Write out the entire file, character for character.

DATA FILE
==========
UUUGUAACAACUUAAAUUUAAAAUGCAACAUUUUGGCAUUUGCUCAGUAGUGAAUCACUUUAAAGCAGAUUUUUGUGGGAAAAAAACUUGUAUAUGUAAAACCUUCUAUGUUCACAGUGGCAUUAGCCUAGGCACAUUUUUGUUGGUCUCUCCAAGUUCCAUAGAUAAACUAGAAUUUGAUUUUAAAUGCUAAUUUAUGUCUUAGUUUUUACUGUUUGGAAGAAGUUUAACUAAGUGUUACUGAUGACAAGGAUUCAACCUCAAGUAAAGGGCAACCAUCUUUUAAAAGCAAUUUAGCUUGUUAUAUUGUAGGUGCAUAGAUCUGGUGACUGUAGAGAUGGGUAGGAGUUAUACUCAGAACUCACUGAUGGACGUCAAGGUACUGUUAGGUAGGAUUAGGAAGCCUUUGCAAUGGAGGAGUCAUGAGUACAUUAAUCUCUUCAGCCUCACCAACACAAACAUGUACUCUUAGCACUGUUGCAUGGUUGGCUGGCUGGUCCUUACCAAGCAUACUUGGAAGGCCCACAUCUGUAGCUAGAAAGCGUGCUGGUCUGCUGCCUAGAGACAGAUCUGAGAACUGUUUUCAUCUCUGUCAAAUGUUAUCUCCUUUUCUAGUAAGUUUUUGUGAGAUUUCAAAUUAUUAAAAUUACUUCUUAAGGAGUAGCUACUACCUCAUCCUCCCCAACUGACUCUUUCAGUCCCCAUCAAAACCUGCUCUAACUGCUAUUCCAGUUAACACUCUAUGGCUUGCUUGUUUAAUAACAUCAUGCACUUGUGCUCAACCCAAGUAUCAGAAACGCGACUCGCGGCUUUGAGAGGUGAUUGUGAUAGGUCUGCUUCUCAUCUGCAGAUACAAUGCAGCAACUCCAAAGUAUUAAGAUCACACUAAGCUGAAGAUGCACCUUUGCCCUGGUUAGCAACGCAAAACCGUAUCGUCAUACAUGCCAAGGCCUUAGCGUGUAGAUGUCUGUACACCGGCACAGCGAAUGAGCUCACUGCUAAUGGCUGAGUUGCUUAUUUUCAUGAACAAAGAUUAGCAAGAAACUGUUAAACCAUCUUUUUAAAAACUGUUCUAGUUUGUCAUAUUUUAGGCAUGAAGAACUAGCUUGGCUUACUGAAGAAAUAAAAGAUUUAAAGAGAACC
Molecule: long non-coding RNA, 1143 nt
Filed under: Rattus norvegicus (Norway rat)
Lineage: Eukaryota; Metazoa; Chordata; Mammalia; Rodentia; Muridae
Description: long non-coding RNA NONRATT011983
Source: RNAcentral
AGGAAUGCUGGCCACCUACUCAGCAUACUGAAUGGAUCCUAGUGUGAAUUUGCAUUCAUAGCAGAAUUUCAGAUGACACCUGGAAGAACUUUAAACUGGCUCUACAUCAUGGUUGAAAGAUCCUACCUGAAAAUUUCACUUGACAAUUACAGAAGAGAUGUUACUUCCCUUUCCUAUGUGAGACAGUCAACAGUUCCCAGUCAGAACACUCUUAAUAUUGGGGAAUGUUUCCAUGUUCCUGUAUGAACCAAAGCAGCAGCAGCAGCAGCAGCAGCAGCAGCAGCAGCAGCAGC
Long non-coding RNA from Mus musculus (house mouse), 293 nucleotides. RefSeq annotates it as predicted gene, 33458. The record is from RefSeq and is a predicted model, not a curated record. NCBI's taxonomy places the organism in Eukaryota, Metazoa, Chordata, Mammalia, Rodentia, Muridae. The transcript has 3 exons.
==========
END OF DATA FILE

UUUGUAACAACUUAAAUUUAAAAUGCAACAUUUUGGCAUUUGCUCAGUAGUGAAUCACUUUAAAGCAGAUUUUUGUGGGAAAAAAACUUGUAUAUGUAAAACCUUCUAUGUUCACAGUGGCAUUAGCCUAGGCACAUUUUUGUUGGUCUCUCCAAGUUCCAUAGAUAAACUAGAAUUUGAUUUUAAAUGCUAAUUUAUGUCUUAGUUUUUACUGUUUGGAAGAAGUUUAACUAAGUGUUACUGAUGACAAGGAUUCAACCUCAAGUAAAGGGCAACCAUCUUUUAAAAGCAAUUUAGCUUGUUAUAUUGUAGGUGCAUAGAUCUGGUGACUGUAGAGAUGGGUAGGAGUUAUACUCAGAACUCACUGAUGGACGUCAAGGUACUGUUAGGUAGGAUUAGGAAGCCUUUGCAAUGGAGGAGUCAUGAGUACAUUAAUCUCUUCAGCCUCACCAACACAAACAUGUACUCUUAGCACUGUUGCAUGGUUGGCUGGCUGGUCCUUACCAAGCAUACUUGGAAGGCCCACAUCUGUAGCUAGAAAGCGUGCUGGUCUGCUGCCUAGAGACAGAUCUGAGAACUGUUUUCAUCUCUGUCAAAUGUUAUCUCCUUUUCUAGUAAGUUUUUGUGAGAUUUCAAAUUAUUAAAAUUACUUCUUAAGGAGUAGCUACUACCUCAUCCUCCCCAACUGACUCUUUCAGUCCCCAUCAAAACCUGCUCUAACUGCUAUUCCAGUUAACACUCUAUGGCUUGCUUGUUUAAUAACAUCAUGCACUUGUGCUCAACCCAAGUAUCAGAAACGCGACUCGCGGCUUUGAGAGGUGAUUGUGAUAGGUCUGCUUCUCAUCUGCAGAUACAAUGCAGCAACUCCAAAGUAUUAAGAUCACACUAAGCUGAAGAUGCACCUUUGCCCUGGUUAGCAACGCAAAACCGUAUCGUCAUACAUGCCAAGGCCUUAGCGUGUAGAUGUCUGUACACCGGCACAGCGAAUGAGCUCACUGCUAAUGGCUGAGUUGCUUAUUUUCAUGAACAAAGAUUAGCAAGAAACUGUUAAACCAUCUUUUUAAAAACUGUUCUAGUUUGUCAUAUUUUAGGCAUGAAGAACUAGCUUGGCUUACUGAAGAAAUAAAAGAUUUAAAGAGAACC
Molecule: long non-coding RNA, 1143 nt
Filed under: Rattus norvegicus (Norway rat)
Lineage: Eukaryota; Metazoa; Chordata; Mammalia; Rodentia; Muridae
Description: long non-coding RNA NONRATT011983
Source: RNAcentral
AGGAAUGCUGGCCACCUACUCAGCAUACUGAAUGGAUCCUAGUGUGAAUUUGCAUUCAUAGCAGAAUUUCAGAUGACACCUGGAAGAACUUUAAACUGGCUCUACAUCAUGGUUGAAAGAUCCUACCUGAAAAUUUCACUUGACAAUUACAGAAGAGAUGUUACUUCCCUUUCCUAUGUGAGACAGUCAACAGUUCCCAGUCAGAACACUCUUAAUAUUGGGGAAUGUUUCCAUGUUCCUGUAUGAACCAAAGCAGCAGCAGCAGCAGCAGCAGCAGCAGCAGCAGCAGCAGC
Long non-coding RNA from Mus musculus (house mouse), 293 nucleotides. RefSeq annotates it as predicted gene, 33458. The record is from RefSeq and is a predicted model, not a curated record. NCBI's taxonomy places the organism in Eukaryota, Metazoa, Chordata, Mammalia, Rodentia, Muridae. The transcript has 3 exons.